Egypt to receive $400m for Sinai development

12 June 2017

The investments will come from the Saudi Fund for Development (SFD)

Saudi Arabia is set to invest up to $400m in the Sinai region as part of an agreement signed between Cairo and Riyadh in April 2016, according to a statement from the Egyptian Ministry of Investment and International Cooperation.

The investments will come from the Saudi Fund for Development (SFD), say sources close to the deal, who have told MEED that total SFD investments in Sinai have reached $900m since 2016.

It is understood that the fund will be used to support development projects being managed by the state-owned National Company for Sinai Investment (NCSI).

In late 2016, MEED reported that NCSI was planning to sell approximately 6 million shares at £E100 ($11.3) each in a public offering on the Egyptian stock exchange, although the company has not yet appointed an advisor for the transaction. 

Earlier in 2016, a memorandum of understanding (MoU) was signed between Saudi Arabia’s Public Investment Fund (PIF) and Egypt’s Ministry of International Cooperation to establish an economic free zone in the Sinai area.

The two nations also signed agreements to develop a $2.2bn electricity plant with a generation capacity of 2,250MW, set up agriculture complexes in Sinai, and develop a canal to transfer water.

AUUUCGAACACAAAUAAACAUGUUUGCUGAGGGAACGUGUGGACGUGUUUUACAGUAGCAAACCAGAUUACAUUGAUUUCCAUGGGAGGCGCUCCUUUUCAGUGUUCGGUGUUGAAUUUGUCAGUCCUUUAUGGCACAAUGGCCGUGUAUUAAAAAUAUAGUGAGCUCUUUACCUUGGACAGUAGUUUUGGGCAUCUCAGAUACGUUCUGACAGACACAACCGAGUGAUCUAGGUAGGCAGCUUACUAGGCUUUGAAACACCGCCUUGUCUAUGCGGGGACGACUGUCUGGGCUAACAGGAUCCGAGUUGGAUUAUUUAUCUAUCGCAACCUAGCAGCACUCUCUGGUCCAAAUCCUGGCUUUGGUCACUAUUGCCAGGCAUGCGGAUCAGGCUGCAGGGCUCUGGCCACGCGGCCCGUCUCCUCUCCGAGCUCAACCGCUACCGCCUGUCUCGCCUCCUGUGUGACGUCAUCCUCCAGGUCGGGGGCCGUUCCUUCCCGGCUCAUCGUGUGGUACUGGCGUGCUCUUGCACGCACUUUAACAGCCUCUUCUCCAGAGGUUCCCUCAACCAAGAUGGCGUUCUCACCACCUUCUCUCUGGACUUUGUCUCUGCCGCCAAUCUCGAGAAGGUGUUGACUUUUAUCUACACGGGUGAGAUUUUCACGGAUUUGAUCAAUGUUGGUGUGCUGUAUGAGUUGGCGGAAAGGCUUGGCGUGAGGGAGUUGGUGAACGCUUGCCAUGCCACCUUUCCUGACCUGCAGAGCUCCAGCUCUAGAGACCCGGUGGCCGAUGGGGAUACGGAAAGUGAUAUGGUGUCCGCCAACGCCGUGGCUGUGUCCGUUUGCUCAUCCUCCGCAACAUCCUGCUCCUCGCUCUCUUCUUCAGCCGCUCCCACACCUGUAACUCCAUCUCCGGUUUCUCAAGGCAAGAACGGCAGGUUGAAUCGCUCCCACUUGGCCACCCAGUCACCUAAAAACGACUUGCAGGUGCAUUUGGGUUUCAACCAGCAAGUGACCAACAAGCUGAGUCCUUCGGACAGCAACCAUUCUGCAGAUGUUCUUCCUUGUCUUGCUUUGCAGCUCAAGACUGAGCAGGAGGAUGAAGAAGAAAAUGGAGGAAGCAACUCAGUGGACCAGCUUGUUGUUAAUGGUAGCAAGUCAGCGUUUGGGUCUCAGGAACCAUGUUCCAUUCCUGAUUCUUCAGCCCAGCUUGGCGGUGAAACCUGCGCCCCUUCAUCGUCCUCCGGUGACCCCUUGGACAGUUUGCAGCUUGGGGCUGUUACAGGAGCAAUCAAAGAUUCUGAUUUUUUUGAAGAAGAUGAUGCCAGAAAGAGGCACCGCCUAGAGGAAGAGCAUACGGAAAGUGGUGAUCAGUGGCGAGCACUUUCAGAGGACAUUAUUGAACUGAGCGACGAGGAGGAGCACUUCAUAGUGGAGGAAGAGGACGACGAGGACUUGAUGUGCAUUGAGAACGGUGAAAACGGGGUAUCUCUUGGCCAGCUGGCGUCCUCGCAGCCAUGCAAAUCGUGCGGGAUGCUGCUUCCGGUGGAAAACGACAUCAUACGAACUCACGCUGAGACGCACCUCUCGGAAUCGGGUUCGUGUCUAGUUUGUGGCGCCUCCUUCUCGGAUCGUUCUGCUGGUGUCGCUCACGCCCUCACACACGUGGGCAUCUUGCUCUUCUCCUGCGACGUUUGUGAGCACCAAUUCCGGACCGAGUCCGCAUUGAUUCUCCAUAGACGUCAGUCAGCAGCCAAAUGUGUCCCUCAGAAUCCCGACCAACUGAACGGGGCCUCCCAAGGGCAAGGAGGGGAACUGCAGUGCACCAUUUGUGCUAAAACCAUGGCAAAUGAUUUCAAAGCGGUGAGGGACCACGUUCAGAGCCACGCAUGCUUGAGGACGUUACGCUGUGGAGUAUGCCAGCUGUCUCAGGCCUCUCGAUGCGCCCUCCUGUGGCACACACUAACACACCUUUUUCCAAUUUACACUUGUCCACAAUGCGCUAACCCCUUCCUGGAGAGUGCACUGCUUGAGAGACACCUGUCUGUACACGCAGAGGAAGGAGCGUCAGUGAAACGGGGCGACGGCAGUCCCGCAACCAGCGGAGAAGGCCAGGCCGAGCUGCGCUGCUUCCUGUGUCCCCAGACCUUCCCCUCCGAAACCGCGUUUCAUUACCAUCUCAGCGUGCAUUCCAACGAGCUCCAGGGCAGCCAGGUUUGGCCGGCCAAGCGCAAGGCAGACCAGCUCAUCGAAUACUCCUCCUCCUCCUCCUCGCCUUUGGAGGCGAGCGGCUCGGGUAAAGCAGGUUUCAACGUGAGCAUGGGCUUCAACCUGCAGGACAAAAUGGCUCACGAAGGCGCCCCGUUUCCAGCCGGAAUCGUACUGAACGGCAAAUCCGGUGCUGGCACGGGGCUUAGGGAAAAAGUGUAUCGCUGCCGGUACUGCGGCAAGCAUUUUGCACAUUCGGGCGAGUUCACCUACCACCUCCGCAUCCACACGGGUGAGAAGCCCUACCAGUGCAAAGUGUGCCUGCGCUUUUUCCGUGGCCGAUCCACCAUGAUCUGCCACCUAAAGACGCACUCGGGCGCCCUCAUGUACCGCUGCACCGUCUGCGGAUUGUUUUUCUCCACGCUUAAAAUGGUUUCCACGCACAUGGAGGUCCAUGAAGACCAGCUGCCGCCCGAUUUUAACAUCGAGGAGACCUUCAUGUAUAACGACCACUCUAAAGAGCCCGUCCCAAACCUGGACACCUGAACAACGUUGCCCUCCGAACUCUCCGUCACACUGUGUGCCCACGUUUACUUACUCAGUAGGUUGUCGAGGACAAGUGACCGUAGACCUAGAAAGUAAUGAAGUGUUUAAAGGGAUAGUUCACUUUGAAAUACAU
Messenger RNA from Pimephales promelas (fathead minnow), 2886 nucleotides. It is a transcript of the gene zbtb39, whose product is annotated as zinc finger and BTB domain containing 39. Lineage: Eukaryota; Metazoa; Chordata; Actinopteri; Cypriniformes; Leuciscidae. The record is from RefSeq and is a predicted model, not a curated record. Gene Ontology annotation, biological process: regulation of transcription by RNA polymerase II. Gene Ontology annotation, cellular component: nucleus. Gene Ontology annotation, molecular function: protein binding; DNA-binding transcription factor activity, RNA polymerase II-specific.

In 2015, Egypt’s President Abdul Fattah al-Sisi issued a decree aimed at accelerating what the government has called the full development of Sinai. Al-Sisi amended 10 legal articles in a bid to ensure national security is not compromised as the area is developed. Amendments include a requirement that land owners in Sinai must carry Egyptian citizenship with Egyptian parents. Despite this, the laws allow dual-nationals to own real estate, although land ownership is still prohibited.

Sinai has been neglected by Cairo over the past three decades, since its reclamation from Israel in 1982. Egypt’s Nile Delta-centric policies of development and infrastructure continue to hinder efforts to alleviate any local disenfranchisement that often leads to extremism in the area. Since the ousting of the Muslim Brotherhood in 2013, Cairo has witnessed a surge in militant activity in the area.

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